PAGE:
Let’s reverse it, as a thought experiment. Not the makers, but I as a user more or less claim a part of the namespace by the recommendation not to use certain names, at the risk of annoying Joplin users. I’m having a three-character prefix in mind:

  • -[-_a-zA-Z][-_a-zA-Z0-9] ⇒ 3,456 combinations for vendors
  • _[-_a-zA-Z0-9]{2} ⇒ 4,096 combinations for vendors, which makes a total of 7,552 for them
  • [a-zA-Z][-_a-zA-Z0-9]{2} ⇒ 221,184 combinations for other parties (grand total 228,736)
  • u-[-_a-zA-Z0-9] ⇒ 64 combinations for users, so only 221,120 left for developers

Am I too greedy? Then:

  • u-- ⇒ 1 combination for users, 221,183 left for the developers

I don’t think this should make development really much harder. But I’m not that close to the fire, so it might be a naive thought of me (third parties that cannot be controlled and the like).

I understand. It’s just that a few items don’t have a class at all, which makes it impossible to change them. E.g. the background color (weird orange) in the Encryption tab in Preferences looks awful on the dark theme. The link is not even readable. Yet I can’t change it…

Many Thanks for this dpoulton

Sorry I didn’t get back to you sooner, I was away a few days.

As we don't have an agreement on this topic, I felt free to change my mind. :slight_smile:

Methinks all developers are serious people with good taste, who would never ever let an identifier end in a dash. Being a rather frivolous user myself who don't care too much of what people would think about my taste, I have chosen to do the opposite. That seems a pretty safe way to avoid name conflicts. And it keeps my identifiers short, with less visual noise than the prefix construction.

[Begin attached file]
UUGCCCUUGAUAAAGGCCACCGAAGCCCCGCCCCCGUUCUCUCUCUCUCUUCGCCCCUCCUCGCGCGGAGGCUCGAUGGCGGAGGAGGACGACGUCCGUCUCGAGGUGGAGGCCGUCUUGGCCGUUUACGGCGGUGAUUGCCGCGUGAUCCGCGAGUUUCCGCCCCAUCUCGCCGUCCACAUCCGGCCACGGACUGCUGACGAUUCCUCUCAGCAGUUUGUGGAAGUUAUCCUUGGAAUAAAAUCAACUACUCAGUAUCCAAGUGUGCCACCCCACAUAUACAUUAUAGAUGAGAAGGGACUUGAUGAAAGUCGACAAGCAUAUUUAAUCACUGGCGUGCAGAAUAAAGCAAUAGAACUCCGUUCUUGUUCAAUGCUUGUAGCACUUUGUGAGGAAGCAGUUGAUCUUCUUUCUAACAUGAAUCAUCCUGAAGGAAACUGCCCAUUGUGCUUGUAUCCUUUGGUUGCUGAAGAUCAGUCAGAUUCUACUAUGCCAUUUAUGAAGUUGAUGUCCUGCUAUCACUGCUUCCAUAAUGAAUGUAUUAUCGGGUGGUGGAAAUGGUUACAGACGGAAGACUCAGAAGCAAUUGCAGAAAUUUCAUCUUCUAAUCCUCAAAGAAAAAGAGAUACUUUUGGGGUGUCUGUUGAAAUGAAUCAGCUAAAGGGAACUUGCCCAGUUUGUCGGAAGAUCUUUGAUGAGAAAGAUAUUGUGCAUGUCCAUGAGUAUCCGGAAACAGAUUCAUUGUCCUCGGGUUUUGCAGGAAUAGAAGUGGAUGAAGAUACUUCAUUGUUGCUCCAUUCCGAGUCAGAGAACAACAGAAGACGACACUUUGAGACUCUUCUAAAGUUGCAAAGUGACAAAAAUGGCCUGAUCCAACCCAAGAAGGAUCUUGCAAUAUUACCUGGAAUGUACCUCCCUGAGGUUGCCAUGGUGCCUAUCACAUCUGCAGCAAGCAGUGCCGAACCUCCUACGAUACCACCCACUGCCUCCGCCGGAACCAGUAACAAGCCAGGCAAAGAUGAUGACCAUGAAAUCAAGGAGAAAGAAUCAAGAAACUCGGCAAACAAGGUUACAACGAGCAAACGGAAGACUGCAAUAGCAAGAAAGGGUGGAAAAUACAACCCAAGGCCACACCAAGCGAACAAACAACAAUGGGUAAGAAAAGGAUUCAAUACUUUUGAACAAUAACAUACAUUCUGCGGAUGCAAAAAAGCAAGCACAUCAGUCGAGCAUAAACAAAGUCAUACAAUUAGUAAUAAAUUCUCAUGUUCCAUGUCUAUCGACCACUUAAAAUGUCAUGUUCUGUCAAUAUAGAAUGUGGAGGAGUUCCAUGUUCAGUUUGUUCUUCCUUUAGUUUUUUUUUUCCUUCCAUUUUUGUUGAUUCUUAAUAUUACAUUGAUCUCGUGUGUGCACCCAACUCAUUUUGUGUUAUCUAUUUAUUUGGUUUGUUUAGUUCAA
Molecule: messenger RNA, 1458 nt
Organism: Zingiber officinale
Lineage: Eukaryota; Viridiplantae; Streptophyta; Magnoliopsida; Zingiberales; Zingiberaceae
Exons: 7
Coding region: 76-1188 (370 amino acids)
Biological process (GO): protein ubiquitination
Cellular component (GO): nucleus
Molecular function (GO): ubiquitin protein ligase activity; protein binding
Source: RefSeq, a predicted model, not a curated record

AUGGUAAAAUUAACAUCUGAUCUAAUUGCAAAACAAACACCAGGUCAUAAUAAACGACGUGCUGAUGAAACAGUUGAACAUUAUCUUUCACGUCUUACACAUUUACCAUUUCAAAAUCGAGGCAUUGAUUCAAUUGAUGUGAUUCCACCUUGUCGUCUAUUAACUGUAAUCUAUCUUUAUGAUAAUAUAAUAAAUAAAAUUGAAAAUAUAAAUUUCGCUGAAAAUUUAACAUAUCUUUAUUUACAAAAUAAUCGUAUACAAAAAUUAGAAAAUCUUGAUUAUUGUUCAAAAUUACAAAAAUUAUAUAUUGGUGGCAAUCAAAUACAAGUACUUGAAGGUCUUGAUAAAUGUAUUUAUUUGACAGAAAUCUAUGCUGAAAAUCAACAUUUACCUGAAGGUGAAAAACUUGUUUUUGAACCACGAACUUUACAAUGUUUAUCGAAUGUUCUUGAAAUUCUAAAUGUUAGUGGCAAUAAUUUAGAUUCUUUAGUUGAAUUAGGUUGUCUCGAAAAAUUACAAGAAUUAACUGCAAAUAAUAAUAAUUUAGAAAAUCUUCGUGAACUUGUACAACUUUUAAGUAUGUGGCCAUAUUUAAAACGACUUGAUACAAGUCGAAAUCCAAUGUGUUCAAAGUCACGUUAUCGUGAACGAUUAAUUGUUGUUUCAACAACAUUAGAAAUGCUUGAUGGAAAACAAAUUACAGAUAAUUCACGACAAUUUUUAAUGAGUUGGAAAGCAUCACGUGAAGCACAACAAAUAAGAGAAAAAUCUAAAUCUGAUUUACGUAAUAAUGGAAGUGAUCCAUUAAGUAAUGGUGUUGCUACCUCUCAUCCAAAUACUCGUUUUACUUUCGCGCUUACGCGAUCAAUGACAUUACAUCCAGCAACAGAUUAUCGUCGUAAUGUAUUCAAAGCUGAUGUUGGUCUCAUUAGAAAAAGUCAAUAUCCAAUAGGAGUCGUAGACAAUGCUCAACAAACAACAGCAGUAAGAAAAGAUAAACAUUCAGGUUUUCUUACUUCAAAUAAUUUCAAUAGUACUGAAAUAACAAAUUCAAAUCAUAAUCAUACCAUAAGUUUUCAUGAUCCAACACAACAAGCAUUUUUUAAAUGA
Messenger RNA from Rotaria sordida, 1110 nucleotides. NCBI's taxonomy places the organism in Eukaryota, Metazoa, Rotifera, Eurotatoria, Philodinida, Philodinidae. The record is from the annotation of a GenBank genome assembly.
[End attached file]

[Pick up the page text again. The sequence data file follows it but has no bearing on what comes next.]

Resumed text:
mainframe, eh?

I guess we could add classes to the code here and there if it helps with custom css. Perhaps we could build a list of what elements should have a class to get a sense of what’s needed.

Long term I’d like to switch to scss for styling, so nearly everything will have classes then or be selectable with css. At the moment it’s rather tedious to create UI in Joplin because you need to manually set the styling on each tag.

Switching to scss would allow proper styling, and we can use the dynamic properties of scss to support themes.


So, if I’m reading correctly, scss would function similarly to react typescript in this project; it gets compiled into css while being an extension that makes it overall easy to work with. If that’s the case, I’m all for that. So cool

Not exactly. The way I see it we’ll ship the app with an actual SCSS file and it will be compiled to CSS at run time (and cached to disk). Compiling at runtime means the generated CSS is dynamic, based on the current theme.

So in the repo there will be one master SCSS file that can easily be tweaked, and theme.js will contain the variables that change from one theme to the other. Custom CSS will still work the same - it will just be applied like now, after the SCSS and theme has been applied.


Fair point. I can’t wait to see what that brings. Because that would be dynamic, would that mean that changes could be implemented while Joplin is running and it wouldn’t need need to be restarted to apply them? Of course, since it’d be loaded and compiled at runtime, that might not be possible but it would definitely be nice.